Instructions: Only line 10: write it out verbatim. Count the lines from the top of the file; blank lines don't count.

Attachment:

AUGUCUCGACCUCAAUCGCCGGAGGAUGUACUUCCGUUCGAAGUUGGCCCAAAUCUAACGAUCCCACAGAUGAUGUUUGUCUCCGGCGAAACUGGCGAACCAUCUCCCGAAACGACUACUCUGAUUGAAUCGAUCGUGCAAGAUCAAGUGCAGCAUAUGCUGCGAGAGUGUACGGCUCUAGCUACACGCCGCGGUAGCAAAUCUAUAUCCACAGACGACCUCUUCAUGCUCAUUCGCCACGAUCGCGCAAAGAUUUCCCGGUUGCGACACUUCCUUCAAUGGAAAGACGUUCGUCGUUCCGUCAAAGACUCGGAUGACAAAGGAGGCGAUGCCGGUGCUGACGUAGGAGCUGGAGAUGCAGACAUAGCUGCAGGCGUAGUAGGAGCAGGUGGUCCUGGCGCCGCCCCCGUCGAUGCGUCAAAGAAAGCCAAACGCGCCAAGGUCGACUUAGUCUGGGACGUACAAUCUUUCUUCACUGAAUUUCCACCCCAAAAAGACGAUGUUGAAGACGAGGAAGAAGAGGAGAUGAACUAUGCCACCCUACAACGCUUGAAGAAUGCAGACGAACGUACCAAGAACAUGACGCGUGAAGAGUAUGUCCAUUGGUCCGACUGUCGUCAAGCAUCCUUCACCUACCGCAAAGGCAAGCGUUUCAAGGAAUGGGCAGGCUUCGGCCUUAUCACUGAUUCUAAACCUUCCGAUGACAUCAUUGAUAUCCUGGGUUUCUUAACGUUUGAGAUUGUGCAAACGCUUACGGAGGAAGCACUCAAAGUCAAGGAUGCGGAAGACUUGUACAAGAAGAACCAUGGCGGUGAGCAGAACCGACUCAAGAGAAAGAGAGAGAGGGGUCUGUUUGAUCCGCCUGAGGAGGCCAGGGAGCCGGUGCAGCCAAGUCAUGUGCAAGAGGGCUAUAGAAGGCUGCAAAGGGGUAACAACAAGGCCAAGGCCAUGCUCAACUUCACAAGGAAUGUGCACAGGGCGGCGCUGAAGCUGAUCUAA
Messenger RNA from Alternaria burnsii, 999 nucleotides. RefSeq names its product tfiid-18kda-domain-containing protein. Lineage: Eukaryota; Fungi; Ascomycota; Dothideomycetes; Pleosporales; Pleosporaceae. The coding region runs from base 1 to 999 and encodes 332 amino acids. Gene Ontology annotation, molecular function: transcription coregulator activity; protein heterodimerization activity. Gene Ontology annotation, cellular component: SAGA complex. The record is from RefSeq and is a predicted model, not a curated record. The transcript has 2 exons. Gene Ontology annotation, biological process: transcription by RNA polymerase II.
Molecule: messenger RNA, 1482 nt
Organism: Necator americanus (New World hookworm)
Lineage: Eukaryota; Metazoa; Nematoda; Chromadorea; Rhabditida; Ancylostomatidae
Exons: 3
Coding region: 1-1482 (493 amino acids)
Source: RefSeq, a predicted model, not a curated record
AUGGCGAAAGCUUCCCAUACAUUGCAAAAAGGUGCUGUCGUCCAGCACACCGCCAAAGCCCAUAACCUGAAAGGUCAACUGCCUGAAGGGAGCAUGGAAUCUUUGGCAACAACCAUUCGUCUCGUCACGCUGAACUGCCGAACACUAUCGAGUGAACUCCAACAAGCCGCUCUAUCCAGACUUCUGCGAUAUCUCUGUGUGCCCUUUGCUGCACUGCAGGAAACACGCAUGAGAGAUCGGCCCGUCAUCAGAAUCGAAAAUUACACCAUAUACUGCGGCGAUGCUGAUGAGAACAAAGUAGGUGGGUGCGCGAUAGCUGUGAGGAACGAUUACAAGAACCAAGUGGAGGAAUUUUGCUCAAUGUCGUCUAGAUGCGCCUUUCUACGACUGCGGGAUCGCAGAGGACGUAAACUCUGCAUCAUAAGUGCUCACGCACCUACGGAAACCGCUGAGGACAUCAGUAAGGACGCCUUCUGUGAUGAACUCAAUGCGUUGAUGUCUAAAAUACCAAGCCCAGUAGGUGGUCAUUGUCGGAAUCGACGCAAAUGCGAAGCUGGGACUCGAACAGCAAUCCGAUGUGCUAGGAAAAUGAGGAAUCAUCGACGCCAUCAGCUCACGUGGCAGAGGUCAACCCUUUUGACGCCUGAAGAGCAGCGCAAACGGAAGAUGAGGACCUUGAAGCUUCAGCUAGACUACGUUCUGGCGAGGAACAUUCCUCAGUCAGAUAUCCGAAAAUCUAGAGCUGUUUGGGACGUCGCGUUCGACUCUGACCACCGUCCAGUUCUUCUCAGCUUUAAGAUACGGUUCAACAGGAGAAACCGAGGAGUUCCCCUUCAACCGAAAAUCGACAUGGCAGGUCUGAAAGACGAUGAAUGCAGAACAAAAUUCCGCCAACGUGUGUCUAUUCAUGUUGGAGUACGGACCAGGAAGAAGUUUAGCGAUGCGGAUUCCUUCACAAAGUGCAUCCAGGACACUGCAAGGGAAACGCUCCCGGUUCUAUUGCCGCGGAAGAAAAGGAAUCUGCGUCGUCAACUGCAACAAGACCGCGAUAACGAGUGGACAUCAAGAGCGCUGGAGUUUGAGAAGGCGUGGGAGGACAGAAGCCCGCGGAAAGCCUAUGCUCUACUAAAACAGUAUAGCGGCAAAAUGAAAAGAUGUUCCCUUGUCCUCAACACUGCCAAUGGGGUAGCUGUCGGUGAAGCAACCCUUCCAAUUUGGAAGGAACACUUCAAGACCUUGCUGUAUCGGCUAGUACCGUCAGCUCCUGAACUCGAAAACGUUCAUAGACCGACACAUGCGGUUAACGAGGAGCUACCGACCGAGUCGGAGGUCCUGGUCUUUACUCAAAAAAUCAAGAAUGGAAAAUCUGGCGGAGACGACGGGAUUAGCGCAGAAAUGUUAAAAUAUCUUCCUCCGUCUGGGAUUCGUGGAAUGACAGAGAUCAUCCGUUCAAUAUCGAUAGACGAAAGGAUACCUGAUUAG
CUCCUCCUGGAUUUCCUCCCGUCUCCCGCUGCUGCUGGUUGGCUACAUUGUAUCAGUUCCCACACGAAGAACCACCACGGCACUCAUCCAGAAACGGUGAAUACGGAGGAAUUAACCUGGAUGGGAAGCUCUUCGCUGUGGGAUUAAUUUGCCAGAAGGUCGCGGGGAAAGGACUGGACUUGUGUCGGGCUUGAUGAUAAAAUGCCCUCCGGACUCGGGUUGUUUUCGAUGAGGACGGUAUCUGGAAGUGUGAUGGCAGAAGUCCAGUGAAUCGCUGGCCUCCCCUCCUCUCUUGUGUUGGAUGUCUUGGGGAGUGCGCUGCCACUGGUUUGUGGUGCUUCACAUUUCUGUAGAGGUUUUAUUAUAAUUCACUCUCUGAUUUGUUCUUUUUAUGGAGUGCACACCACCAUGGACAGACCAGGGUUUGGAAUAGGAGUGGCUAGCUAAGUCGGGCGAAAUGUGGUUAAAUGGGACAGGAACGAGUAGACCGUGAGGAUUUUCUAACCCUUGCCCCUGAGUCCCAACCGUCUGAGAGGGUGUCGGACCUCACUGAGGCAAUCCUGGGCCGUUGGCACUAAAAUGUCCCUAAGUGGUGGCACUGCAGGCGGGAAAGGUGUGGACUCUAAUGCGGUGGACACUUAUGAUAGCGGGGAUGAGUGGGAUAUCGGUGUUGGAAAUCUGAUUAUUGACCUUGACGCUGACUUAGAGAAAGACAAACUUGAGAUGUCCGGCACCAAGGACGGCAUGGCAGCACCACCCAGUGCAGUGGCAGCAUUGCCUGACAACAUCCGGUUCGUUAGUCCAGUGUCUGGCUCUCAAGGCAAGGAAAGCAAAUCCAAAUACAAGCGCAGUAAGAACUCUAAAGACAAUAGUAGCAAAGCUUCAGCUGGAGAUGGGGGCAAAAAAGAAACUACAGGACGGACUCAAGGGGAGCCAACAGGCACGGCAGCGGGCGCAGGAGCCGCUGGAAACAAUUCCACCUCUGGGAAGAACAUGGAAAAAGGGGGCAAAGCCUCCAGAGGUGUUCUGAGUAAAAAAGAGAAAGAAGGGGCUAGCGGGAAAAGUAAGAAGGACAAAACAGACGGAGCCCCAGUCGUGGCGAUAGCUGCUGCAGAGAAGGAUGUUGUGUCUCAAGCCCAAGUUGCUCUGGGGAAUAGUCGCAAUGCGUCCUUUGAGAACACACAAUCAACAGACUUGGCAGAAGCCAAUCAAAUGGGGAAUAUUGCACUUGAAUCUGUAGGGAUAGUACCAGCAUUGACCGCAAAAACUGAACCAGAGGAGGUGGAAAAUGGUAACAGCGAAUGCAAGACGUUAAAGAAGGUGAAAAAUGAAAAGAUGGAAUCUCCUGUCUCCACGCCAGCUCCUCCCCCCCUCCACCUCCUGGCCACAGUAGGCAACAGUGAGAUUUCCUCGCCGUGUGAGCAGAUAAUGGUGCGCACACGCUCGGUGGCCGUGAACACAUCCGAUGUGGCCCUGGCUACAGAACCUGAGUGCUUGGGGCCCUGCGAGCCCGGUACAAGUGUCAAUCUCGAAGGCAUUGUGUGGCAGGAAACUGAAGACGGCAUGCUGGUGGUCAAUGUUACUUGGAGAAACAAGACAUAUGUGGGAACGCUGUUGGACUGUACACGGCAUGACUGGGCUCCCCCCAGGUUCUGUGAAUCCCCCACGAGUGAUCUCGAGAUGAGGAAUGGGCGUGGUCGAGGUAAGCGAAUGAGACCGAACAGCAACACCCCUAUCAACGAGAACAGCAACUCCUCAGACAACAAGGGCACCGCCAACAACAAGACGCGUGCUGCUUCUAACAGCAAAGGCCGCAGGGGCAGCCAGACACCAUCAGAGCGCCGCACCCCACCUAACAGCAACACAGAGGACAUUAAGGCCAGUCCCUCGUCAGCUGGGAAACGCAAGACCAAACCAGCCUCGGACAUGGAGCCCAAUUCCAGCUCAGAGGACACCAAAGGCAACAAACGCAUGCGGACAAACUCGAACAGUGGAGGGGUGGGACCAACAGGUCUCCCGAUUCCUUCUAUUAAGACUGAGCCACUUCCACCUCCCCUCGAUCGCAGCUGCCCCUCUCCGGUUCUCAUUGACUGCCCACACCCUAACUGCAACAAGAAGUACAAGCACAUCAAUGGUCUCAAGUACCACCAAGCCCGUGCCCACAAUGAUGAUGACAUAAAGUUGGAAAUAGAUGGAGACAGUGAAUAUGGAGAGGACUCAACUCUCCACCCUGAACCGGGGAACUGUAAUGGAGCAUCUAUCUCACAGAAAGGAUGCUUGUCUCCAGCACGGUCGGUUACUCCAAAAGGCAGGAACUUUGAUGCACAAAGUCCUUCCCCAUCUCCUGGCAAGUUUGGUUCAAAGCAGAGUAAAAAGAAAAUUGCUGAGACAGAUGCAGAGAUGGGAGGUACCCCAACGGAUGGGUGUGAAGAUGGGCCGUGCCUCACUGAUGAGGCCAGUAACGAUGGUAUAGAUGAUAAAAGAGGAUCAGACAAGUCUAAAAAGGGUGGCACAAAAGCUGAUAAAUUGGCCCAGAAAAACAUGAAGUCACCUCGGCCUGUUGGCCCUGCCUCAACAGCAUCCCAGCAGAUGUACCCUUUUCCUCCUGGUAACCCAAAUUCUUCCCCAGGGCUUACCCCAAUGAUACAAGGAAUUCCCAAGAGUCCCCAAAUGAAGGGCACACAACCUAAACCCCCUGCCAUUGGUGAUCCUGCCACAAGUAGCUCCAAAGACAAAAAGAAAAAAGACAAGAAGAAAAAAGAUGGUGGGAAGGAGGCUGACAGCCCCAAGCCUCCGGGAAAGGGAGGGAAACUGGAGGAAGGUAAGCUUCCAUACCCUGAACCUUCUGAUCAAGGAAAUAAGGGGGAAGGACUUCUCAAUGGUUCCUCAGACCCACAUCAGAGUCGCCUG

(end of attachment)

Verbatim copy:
CUCCUCCUGGAUUUCCUCCCGUCUCCCGCUGCUGCUGGUUGGCUACAUUGUAUCAGUUCCCACACGAAGAACCACCACGGCACUCAUCCAGAAACGGUGAAUACGGAGGAAUUAACCUGGAUGGGAAGCUCUUCGCUGUGGGAUUAAUUUGCCAGAAGGUCGCGGGGAAAGGACUGGACUUGUGUCGGGCUUGAUGAUAAAAUGCCCUCCGGACUCGGGUUGUUUUCGAUGAGGACGGUAUCUGGAAGUGUGAUGGCAGAAGUCCAGUGAAUCGCUGGCCUCCCCUCCUCUCUUGUGUUGGAUGUCUUGGGGAGUGCGCUGCCACUGGUUUGUGGUGCUUCACAUUUCUGUAGAGGUUUUAUUAUAAUUCACUCUCUGAUUUGUUCUUUUUAUGGAGUGCACACCACCAUGGACAGACCAGGGUUUGGAAUAGGAGUGGCUAGCUAAGUCGGGCGAAAUGUGGUUAAAUGGGACAGGAACGAGUAGACCGUGAGGAUUUUCUAACCCUUGCCCCUGAGUCCCAACCGUCUGAGAGGGUGUCGGACCUCACUGAGGCAAUCCUGGGCCGUUGGCACUAAAAUGUCCCUAAGUGGUGGCACUGCAGGCGGGAAAGGUGUGGACUCUAAUGCGGUGGACACUUAUGAUAGCGGGGAUGAGUGGGAUAUCGGUGUUGGAAAUCUGAUUAUUGACCUUGACGCUGACUUAGAGAAAGACAAACUUGAGAUGUCCGGCACCAAGGACGGCAUGGCAGCACCACCCAGUGCAGUGGCAGCAUUGCCUGACAACAUCCGGUUCGUUAGUCCAGUGUCUGGCUCUCAAGGCAAGGAAAGCAAAUCCAAAUACAAGCGCAGUAAGAACUCUAAAGACAAUAGUAGCAAAGCUUCAGCUGGAGAUGGGGGCAAAAAAGAAACUACAGGACGGACUCAAGGGGAGCCAACAGGCACGGCAGCGGGCGCAGGAGCCGCUGGAAACAAUUCCACCUCUGGGAAGAACAUGGAAAAAGGGGGCAAAGCCUCCAGAGGUGUUCUGAGUAAAAAAGAGAAAGAAGGGGCUAGCGGGAAAAGUAAGAAGGACAAAACAGACGGAGCCCCAGUCGUGGCGAUAGCUGCUGCAGAGAAGGAUGUUGUGUCUCAAGCCCAAGUUGCUCUGGGGAAUAGUCGCAAUGCGUCCUUUGAGAACACACAAUCAACAGACUUGGCAGAAGCCAAUCAAAUGGGGAAUAUUGCACUUGAAUCUGUAGGGAUAGUACCAGCAUUGACCGCAAAAACUGAACCAGAGGAGGUGGAAAAUGGUAACAGCGAAUGCAAGACGUUAAAGAAGGUGAAAAAUGAAAAGAUGGAAUCUCCUGUCUCCACGCCAGCUCCUCCCCCCCUCCACCUCCUGGCCACAGUAGGCAACAGUGAGAUUUCCUCGCCGUGUGAGCAGAUAAUGGUGCGCACACGCUCGGUGGCCGUGAACACAUCCGAUGUGGCCCUGGCUACAGAACCUGAGUGCUUGGGGCCCUGCGAGCCCGGUACAAGUGUCAAUCUCGAAGGCAUUGUGUGGCAGGAAACUGAAGACGGCAUGCUGGUGGUCAAUGUUACUUGGAGAAACAAGACAUAUGUGGGAACGCUGUUGGACUGUACACGGCAUGACUGGGCUCCCCCCAGGUUCUGUGAAUCCCCCACGAGUGAUCUCGAGAUGAGGAAUGGGCGUGGUCGAGGUAAGCGAAUGAGACCGAACAGCAACACCCCUAUCAACGAGAACAGCAACUCCUCAGACAACAAGGGCACCGCCAACAACAAGACGCGUGCUGCUUCUAACAGCAAAGGCCGCAGGGGCAGCCAGACACCAUCAGAGCGCCGCACCCCACCUAACAGCAACACAGAGGACAUUAAGGCCAGUCCCUCGUCAGCUGGGAAACGCAAGACCAAACCAGCCUCGGACAUGGAGCCCAAUUCCAGCUCAGAGGACACCAAAGGCAACAAACGCAUGCGGACAAACUCGAACAGUGGAGGGGUGGGACCAACAGGUCUCCCGAUUCCUUCUAUUAAGACUGAGCCACUUCCACCUCCCCUCGAUCGCAGCUGCCCCUCUCCGGUUCUCAUUGACUGCCCACACCCUAACUGCAACAAGAAGUACAAGCACAUCAAUGGUCUCAAGUACCACCAAGCCCGUGCCCACAAUGAUGAUGACAUAAAGUUGGAAAUAGAUGGAGACAGUGAAUAUGGAGAGGACUCAACUCUCCACCCUGAACCGGGGAACUGUAAUGGAGCAUCUAUCUCACAGAAAGGAUGCUUGUCUCCAGCACGGUCGGUUACUCCAAAAGGCAGGAACUUUGAUGCACAAAGUCCUUCCCCAUCUCCUGGCAAGUUUGGUUCAAAGCAGAGUAAAAAGAAAAUUGCUGAGACAGAUGCAGAGAUGGGAGGUACCCCAACGGAUGGGUGUGAAGAUGGGCCGUGCCUCACUGAUGAGGCCAGUAACGAUGGUAUAGAUGAUAAAAGAGGAUCAGACAAGUCUAAAAAGGGUGGCACAAAAGCUGAUAAAUUGGCCCAGAAAAACAUGAAGUCACCUCGGCCUGUUGGCCCUGCCUCAACAGCAUCCCAGCAGAUGUACCCUUUUCCUCCUGGUAACCCAAAUUCUUCCCCAGGGCUUACCCCAAUGAUACAAGGAAUUCCCAAGAGUCCCCAAAUGAAGGGCACACAACCUAAACCCCCUGCCAUUGGUGAUCCUGCCACAAGUAGCUCCAAAGACAAAAAGAAAAAAGACAAGAAGAAAAAAGAUGGUGGGAAGGAGGCUGACAGCCCCAAGCCUCCGGGAAAGGGAGGGAAACUGGAGGAAGGUAAGCUUCCAUACCCUGAACCUUCUGAUCAAGGAAAUAAGGGGGAAGGACUUCUCAAUGGUUCCUCAGACCCACAUCAGAGUCGCCUG